I'd look, but I think you might not have granted me access to your C: drive.

You may have meant to reference Springer where one can sample or buy: Symmetry and the Standard Model: Mathematics and Particle Physics (http://www.springer.com/us/book/9781441982667). The specific material might have been "Chapter 2: A Preview of Particle Physics: The Experimentalistís Perspective". One can also search Google, to get the Springer link, for: 9781441982667-c1 (https://www.google.com/search?q=9781441982667-c1)

Copernicus
2016-Aug-05, 06:14 PM
The virtual particles have momentum. If they don't interact with anything, there's no momentum transfer - the energy "borrowed" under the terms of the Uncertainty Principle is paid back, and nothing experiences a force. If they do interact, they impart momentum to the particle they interact with. Both particles are surrounded by these virtual particles, in proportion to their charges, and each cloud of virtual photons has some probability of interacting with the other particle, according to its charge and distance.
It's a cumulative and continuous and bilateral process, not a one-off interaction mediated by a single photon. So there's no single point at which the interaction starts.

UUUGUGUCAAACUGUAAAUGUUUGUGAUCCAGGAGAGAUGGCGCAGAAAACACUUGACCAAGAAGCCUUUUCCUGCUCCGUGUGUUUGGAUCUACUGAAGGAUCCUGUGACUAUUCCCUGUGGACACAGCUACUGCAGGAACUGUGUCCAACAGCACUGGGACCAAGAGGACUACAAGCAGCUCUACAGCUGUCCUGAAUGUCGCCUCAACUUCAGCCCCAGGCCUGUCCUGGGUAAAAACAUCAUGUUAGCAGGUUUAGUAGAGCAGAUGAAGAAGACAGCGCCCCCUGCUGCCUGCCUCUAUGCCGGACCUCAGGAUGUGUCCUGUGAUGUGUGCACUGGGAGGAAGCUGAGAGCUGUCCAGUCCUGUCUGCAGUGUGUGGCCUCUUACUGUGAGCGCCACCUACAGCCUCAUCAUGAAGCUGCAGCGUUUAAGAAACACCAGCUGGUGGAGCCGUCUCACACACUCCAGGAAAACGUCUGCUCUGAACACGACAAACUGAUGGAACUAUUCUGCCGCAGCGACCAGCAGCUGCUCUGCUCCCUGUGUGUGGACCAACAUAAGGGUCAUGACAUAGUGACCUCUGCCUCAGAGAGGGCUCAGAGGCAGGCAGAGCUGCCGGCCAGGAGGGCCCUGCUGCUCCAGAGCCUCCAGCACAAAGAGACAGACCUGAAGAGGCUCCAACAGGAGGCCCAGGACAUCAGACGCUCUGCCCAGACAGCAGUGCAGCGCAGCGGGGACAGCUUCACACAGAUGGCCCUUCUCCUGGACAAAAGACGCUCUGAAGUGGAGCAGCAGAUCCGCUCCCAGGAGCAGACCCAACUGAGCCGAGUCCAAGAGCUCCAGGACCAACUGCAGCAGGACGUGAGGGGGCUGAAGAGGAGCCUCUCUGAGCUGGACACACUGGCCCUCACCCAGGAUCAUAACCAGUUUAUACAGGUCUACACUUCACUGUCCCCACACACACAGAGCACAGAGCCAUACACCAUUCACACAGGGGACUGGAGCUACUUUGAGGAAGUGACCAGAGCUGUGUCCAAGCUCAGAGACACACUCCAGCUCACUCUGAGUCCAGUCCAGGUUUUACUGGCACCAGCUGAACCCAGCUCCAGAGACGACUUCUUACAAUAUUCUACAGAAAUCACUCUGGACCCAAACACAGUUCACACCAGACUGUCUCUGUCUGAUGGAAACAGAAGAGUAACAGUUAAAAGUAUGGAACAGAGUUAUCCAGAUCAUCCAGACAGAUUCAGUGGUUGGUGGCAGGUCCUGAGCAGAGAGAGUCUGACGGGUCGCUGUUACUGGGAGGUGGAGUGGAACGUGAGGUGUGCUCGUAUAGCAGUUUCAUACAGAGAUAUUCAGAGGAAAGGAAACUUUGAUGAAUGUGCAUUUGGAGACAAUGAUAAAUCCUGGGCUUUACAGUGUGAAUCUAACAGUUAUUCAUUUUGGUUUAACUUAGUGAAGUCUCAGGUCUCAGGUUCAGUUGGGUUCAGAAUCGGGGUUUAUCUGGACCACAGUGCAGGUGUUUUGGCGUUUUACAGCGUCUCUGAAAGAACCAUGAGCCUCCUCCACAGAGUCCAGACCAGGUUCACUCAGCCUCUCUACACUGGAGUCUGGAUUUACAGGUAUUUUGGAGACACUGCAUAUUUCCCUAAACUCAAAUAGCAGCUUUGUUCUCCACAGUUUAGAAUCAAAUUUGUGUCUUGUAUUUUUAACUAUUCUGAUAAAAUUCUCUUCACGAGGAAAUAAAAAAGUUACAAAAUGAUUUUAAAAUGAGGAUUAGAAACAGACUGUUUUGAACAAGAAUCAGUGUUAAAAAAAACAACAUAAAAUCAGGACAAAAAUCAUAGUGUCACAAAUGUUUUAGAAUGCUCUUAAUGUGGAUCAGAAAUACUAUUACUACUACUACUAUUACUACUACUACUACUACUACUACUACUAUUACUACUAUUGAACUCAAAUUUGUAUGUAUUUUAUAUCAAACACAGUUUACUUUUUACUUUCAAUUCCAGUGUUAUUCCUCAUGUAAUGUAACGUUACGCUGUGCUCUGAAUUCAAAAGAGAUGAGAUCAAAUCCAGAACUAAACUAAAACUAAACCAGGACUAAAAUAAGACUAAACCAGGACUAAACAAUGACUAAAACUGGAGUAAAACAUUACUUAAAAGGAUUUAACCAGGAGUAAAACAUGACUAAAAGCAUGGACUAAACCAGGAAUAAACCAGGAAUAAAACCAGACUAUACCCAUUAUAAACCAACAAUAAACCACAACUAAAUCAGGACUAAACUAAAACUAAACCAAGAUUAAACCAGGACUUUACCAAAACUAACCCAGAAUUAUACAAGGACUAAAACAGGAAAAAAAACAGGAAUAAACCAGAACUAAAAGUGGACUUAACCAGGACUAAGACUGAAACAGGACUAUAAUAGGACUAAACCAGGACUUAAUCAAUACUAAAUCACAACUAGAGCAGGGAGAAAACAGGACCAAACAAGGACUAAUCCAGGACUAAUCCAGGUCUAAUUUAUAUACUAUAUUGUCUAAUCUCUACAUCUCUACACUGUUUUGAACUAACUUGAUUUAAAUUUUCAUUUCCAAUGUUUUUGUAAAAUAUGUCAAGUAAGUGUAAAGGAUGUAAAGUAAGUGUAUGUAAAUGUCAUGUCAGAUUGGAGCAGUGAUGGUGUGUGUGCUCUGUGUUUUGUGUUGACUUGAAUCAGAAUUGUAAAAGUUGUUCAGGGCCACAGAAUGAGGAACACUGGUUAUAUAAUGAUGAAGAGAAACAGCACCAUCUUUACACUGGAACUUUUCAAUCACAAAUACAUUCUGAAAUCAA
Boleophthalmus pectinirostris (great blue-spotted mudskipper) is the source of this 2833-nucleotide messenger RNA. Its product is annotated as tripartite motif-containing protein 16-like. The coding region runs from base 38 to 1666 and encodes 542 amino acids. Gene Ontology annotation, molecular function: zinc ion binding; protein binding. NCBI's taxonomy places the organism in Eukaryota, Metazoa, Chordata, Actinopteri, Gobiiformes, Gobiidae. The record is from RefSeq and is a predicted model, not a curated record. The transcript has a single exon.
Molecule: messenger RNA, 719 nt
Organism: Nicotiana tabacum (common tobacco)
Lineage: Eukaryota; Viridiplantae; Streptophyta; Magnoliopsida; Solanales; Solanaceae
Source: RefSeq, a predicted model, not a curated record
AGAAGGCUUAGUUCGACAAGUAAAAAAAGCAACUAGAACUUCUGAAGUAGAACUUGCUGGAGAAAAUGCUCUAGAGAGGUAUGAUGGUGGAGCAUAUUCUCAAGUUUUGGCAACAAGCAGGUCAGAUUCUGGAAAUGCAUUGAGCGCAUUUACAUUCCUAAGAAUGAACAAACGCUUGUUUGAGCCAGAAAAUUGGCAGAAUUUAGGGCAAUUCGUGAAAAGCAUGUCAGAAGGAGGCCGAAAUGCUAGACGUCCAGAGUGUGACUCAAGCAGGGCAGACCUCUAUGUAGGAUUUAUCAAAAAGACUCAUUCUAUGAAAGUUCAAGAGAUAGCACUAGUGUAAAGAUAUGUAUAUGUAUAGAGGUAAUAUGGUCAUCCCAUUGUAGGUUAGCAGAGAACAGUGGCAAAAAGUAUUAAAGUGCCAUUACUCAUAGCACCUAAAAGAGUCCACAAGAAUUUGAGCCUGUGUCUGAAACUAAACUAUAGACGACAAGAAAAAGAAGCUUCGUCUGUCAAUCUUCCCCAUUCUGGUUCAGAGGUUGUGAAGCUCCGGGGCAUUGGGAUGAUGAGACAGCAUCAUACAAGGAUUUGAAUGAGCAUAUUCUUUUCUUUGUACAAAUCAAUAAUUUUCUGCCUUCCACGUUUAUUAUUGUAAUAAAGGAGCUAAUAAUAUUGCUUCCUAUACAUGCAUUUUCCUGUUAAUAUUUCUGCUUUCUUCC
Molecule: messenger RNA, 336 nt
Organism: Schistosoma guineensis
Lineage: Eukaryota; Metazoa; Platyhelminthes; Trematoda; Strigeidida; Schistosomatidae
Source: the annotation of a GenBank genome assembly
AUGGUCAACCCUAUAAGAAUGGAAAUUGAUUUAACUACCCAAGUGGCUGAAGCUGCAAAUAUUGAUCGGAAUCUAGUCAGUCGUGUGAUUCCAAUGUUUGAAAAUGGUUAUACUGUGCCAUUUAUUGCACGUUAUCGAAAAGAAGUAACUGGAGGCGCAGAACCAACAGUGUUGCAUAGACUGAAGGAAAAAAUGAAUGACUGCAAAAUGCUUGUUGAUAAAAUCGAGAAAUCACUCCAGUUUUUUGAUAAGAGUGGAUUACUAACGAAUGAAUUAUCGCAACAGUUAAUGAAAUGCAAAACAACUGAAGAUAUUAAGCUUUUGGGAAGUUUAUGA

Grant Hutchison

I like this. Best explanation ever.

Swift
2016-Aug-08, 07:53 PM
Suggest that if you want to carry on promoting this stuff you take it to ATM. Because this is not mainstream, it is you connecting up a load of very old references and making up stories around them. There is plenty of strong experimental and theoretical evidence against them. But if you think you can challenge this then, please, present your theories in ATM. You've dropped this stuff into a number of threads over the years and it'd be good to finally discuss it in enough detail to pin down just what this idea you tout is.

"This is not what Gamow said, nor what I said, but rather an ATM comment you made up in your rebuttal post and an administrator should remind you that ATM belongs in ATM not in Questions and Answers.
I would appreciate it if both of you would stop posting like a Moderator/Administrator of CQ and telling the other one what should or should not be posted in ATM. As you both well know, if you have a problem with someone else's post, you Report it, you don't make such comments in-thread.

Since neither of you is the asker of the initial question, and are just using Q&A to argue, if you don't behave yourselves, I'll just close this thread.

publiusr
2016-Aug-13, 05:51 PM
Yes, this is a good model to envision. I think it's Laughlin (https://en.wikipedia.org/wiki/Robert_B._Laughlin) who develops this idea well in his 2005 book A Different Universe: Reinventing Physics from the Bottom Down.

I think a lot of Mr. Laughlin